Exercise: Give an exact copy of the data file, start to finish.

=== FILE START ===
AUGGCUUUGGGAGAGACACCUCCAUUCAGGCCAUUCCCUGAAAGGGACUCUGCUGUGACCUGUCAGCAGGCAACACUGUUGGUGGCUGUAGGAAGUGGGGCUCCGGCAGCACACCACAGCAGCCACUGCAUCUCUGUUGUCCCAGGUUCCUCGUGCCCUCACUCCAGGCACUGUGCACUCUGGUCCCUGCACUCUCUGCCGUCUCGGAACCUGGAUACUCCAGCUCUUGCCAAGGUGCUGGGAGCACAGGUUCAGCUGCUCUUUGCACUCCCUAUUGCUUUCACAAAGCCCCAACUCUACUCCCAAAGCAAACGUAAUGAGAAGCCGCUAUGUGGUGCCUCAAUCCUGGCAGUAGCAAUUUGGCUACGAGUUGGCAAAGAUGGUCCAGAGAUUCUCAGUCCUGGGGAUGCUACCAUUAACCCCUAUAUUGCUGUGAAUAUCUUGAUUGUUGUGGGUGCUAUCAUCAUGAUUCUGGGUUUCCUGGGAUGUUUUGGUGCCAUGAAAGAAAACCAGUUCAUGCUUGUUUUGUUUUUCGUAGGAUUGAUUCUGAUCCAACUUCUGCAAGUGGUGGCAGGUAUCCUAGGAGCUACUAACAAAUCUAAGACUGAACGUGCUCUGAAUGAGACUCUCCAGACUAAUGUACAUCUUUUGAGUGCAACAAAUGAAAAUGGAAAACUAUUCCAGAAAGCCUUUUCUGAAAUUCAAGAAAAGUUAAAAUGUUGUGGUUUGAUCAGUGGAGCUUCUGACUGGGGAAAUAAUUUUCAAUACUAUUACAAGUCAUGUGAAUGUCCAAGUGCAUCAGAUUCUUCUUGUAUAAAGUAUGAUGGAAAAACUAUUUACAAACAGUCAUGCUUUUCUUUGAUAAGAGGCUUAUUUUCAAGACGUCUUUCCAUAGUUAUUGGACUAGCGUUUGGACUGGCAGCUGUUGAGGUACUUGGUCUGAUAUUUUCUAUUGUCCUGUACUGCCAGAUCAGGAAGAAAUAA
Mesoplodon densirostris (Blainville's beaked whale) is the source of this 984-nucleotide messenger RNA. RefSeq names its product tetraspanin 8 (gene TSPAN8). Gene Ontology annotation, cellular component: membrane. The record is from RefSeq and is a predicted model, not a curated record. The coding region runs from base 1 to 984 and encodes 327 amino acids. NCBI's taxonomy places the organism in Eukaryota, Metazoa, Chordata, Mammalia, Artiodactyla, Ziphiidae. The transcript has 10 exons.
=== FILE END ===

AUGGCUUUGGGAGAGACACCUCCAUUCAGGCCAUUCCCUGAAAGGGACUCUGCUGUGACCUGUCAGCAGGCAACACUGUUGGUGGCUGUAGGAAGUGGGGCUCCGGCAGCACACCACAGCAGCCACUGCAUCUCUGUUGUCCCAGGUUCCUCGUGCCCUCACUCCAGGCACUGUGCACUCUGGUCCCUGCACUCUCUGCCGUCUCGGAACCUGGAUACUCCAGCUCUUGCCAAGGUGCUGGGAGCACAGGUUCAGCUGCUCUUUGCACUCCCUAUUGCUUUCACAAAGCCCCAACUCUACUCCCAAAGCAAACGUAAUGAGAAGCCGCUAUGUGGUGCCUCAAUCCUGGCAGUAGCAAUUUGGCUACGAGUUGGCAAAGAUGGUCCAGAGAUUCUCAGUCCUGGGGAUGCUACCAUUAACCCCUAUAUUGCUGUGAAUAUCUUGAUUGUUGUGGGUGCUAUCAUCAUGAUUCUGGGUUUCCUGGGAUGUUUUGGUGCCAUGAAAGAAAACCAGUUCAUGCUUGUUUUGUUUUUCGUAGGAUUGAUUCUGAUCCAACUUCUGCAAGUGGUGGCAGGUAUCCUAGGAGCUACUAACAAAUCUAAGACUGAACGUGCUCUGAAUGAGACUCUCCAGACUAAUGUACAUCUUUUGAGUGCAACAAAUGAAAAUGGAAAACUAUUCCAGAAAGCCUUUUCUGAAAUUCAAGAAAAGUUAAAAUGUUGUGGUUUGAUCAGUGGAGCUUCUGACUGGGGAAAUAAUUUUCAAUACUAUUACAAGUCAUGUGAAUGUCCAAGUGCAUCAGAUUCUUCUUGUAUAAAGUAUGAUGGAAAAACUAUUUACAAACAGUCAUGCUUUUCUUUGAUAAGAGGCUUAUUUUCAAGACGUCUUUCCAUAGUUAUUGGACUAGCGUUUGGACUGGCAGCUGUUGAGGUACUUGGUCUGAUAUUUUCUAUUGUCCUGUACUGCCAGAUCAGGAAGAAAUAA
Mesoplodon densirostris (Blainville's beaked whale) is the source of this 984-nucleotide messenger RNA. RefSeq names its product tetraspanin 8 (gene TSPAN8). Gene Ontology annotation, cellular component: membrane. The record is from RefSeq and is a predicted model, not a curated record. The coding region runs from base 1 to 984 and encodes 327 amino acids. NCBI's taxonomy places the organism in Eukaryota, Metazoa, Chordata, Mammalia, Artiodactyla, Ziphiidae. The transcript has 10 exons.